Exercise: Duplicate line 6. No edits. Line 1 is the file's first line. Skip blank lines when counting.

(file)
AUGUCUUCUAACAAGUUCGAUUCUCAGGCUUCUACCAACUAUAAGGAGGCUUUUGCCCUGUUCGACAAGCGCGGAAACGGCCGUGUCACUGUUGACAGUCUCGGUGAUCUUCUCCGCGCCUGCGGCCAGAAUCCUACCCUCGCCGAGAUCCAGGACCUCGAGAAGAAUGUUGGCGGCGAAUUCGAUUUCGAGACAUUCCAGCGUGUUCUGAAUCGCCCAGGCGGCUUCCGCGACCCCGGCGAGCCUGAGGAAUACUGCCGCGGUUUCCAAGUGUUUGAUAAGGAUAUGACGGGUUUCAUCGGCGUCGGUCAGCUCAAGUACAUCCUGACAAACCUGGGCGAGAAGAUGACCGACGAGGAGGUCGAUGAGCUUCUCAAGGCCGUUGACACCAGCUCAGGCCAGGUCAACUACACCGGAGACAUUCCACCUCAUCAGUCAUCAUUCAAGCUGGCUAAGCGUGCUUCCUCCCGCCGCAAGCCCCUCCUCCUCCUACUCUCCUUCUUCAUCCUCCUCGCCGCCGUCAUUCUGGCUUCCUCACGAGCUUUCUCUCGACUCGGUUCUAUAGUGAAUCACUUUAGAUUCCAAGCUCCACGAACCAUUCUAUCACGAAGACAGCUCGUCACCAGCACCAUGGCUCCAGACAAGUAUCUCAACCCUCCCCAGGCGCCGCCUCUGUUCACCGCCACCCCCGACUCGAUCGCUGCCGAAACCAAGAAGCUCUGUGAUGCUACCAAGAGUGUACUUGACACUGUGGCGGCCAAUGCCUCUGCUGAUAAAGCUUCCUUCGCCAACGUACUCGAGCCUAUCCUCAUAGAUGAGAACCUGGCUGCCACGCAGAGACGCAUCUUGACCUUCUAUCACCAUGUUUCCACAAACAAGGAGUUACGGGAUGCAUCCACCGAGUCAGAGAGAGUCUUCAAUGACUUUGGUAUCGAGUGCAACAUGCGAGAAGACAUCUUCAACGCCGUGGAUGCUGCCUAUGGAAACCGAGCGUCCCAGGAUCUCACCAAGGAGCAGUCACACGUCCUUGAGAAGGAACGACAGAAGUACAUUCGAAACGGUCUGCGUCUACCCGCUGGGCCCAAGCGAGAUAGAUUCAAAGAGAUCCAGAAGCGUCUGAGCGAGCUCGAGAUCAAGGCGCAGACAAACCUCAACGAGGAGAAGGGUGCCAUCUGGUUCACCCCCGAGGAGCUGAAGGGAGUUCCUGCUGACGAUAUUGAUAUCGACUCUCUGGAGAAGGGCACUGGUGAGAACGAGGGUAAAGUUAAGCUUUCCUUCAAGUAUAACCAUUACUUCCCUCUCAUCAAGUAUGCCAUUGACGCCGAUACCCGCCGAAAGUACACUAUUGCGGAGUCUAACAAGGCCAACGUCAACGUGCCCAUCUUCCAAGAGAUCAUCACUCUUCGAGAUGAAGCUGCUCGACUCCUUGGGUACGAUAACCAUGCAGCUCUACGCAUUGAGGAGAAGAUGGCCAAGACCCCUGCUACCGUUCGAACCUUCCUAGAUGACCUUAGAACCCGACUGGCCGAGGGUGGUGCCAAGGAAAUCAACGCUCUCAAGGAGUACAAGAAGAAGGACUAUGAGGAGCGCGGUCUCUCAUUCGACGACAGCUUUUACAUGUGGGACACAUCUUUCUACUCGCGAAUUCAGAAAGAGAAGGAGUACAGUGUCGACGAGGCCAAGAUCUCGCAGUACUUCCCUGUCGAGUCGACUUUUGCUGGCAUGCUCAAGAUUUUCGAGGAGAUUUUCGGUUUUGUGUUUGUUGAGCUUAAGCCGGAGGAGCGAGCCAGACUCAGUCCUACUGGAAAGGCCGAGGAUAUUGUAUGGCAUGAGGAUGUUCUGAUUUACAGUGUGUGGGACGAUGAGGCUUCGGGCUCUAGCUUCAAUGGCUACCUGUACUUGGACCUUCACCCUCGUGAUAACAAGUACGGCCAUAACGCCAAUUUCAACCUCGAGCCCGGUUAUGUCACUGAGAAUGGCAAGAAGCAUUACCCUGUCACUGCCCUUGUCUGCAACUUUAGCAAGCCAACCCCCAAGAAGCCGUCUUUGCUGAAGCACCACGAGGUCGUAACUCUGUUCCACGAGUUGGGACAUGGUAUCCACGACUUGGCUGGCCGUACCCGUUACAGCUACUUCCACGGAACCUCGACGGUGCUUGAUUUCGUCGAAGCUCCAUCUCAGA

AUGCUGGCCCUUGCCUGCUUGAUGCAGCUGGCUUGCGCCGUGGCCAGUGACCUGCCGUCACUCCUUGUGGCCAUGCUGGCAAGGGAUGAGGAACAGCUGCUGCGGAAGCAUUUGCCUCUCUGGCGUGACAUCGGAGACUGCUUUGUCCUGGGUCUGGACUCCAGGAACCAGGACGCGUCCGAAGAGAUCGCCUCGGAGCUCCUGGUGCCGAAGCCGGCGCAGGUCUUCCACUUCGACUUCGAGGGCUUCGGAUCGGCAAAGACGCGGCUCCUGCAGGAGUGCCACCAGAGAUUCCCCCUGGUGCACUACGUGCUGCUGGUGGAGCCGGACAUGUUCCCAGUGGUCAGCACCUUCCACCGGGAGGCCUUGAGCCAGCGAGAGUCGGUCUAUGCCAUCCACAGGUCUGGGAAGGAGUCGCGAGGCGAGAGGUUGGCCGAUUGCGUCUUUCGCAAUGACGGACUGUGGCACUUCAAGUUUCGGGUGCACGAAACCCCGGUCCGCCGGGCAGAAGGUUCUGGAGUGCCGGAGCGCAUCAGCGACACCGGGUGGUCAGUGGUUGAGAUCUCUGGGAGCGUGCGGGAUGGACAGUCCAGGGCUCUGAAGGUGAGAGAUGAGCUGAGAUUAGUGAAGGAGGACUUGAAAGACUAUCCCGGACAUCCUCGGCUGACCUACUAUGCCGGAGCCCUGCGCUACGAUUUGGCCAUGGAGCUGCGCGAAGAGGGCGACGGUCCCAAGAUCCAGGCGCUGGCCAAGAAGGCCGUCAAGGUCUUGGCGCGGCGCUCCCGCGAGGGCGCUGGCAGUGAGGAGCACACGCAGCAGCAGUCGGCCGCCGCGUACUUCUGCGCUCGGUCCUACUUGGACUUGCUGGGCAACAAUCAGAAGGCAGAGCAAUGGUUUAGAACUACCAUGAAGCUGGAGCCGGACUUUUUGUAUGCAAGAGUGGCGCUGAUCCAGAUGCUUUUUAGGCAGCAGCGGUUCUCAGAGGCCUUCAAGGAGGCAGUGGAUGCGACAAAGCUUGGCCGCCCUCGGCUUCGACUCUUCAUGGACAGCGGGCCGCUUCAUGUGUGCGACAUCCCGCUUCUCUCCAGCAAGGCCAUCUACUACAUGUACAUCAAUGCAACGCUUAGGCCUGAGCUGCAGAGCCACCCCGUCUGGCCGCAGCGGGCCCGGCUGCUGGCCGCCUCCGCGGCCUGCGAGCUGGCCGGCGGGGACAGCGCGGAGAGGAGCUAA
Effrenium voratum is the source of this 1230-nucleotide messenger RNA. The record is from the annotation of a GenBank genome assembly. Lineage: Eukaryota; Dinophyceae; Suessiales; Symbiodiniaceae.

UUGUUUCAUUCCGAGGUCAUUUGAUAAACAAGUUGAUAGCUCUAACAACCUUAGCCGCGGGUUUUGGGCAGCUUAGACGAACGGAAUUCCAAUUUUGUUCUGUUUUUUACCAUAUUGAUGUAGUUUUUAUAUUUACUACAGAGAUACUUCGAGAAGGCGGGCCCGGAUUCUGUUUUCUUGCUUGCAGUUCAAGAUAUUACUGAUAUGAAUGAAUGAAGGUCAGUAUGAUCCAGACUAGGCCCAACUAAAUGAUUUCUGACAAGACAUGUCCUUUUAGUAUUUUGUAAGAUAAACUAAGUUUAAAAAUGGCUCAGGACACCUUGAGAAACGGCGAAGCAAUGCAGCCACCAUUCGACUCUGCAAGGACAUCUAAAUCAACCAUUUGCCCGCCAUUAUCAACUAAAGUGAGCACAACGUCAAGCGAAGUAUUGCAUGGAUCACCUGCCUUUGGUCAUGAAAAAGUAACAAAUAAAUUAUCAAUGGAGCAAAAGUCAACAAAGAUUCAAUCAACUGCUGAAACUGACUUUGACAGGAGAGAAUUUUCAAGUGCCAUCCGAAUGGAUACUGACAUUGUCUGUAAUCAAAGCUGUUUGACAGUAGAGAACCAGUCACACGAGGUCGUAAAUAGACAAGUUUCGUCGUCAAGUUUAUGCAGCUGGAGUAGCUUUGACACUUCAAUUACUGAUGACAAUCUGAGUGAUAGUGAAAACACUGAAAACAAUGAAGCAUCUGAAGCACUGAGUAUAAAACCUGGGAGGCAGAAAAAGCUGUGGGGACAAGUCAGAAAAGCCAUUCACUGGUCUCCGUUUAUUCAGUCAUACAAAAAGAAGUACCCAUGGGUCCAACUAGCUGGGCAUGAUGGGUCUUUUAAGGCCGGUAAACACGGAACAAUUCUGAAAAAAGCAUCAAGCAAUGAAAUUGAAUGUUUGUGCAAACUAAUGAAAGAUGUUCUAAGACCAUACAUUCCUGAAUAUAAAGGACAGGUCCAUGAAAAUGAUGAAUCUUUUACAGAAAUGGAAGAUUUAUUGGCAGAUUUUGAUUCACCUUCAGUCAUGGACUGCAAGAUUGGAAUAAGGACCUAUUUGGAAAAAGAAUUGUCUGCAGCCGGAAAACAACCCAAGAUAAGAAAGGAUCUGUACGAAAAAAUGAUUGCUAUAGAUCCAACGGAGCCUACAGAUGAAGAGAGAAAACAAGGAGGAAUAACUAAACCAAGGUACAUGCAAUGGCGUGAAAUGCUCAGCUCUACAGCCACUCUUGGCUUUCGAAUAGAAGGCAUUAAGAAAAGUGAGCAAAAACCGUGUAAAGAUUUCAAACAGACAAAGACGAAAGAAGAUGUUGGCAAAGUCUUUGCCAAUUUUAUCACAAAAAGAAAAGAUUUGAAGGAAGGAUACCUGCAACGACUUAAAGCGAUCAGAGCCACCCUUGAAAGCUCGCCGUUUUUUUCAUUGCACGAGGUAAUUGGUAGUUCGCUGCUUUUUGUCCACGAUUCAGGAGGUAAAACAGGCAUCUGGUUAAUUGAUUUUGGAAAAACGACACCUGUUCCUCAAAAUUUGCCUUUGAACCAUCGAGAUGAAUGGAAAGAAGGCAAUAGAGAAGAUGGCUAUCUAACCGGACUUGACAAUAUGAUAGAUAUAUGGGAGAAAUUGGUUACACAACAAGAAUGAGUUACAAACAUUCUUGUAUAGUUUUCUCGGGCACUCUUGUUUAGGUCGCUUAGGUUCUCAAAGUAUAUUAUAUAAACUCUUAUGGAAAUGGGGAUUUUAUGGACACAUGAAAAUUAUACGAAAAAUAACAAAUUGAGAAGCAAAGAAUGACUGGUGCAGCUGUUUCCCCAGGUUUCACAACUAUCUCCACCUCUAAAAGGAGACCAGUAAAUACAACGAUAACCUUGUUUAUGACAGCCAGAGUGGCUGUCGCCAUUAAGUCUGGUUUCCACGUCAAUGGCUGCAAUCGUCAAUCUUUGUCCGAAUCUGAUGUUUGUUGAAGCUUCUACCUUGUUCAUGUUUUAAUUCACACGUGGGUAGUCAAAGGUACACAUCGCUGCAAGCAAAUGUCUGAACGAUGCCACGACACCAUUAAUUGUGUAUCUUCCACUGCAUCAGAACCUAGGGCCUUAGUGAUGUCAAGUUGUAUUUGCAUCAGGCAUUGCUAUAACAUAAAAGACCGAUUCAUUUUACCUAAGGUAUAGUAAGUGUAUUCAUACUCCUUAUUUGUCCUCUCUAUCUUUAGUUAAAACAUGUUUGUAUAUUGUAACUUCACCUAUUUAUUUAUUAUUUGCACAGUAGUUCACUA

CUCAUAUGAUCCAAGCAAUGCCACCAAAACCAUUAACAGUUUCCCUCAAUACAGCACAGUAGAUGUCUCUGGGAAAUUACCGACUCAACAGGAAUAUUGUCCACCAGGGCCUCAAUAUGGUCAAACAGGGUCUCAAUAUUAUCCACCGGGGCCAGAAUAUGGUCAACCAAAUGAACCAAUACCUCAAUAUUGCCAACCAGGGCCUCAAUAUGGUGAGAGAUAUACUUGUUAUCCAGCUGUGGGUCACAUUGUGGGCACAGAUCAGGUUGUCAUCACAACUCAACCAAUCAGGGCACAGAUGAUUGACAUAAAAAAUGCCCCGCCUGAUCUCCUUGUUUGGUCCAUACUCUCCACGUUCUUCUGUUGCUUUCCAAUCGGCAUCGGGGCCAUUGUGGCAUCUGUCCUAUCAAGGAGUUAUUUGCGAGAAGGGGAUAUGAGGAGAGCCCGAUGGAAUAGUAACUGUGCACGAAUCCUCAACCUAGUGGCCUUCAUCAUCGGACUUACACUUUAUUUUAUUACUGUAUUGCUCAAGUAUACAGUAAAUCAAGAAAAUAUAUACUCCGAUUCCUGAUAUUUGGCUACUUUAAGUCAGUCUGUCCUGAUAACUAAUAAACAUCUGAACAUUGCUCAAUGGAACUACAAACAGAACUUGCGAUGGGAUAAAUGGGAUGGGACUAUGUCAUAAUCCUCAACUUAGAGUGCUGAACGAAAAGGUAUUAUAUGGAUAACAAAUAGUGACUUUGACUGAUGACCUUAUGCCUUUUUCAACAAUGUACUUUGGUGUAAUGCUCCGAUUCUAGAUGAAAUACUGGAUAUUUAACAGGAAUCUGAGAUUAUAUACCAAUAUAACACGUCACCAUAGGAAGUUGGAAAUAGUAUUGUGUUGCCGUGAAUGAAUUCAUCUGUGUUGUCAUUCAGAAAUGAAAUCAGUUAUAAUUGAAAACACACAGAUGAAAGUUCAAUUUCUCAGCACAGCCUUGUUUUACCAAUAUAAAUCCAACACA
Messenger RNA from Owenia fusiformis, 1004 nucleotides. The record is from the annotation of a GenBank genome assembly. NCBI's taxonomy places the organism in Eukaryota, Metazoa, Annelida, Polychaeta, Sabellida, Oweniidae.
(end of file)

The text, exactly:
Messenger RNA from Owenia fusiformis, 1004 nucleotides. The record is from the annotation of a GenBank genome assembly. NCBI's taxonomy places the organism in Eukaryota, Metazoa, Annelida, Polychaeta, Sabellida, Oweniidae.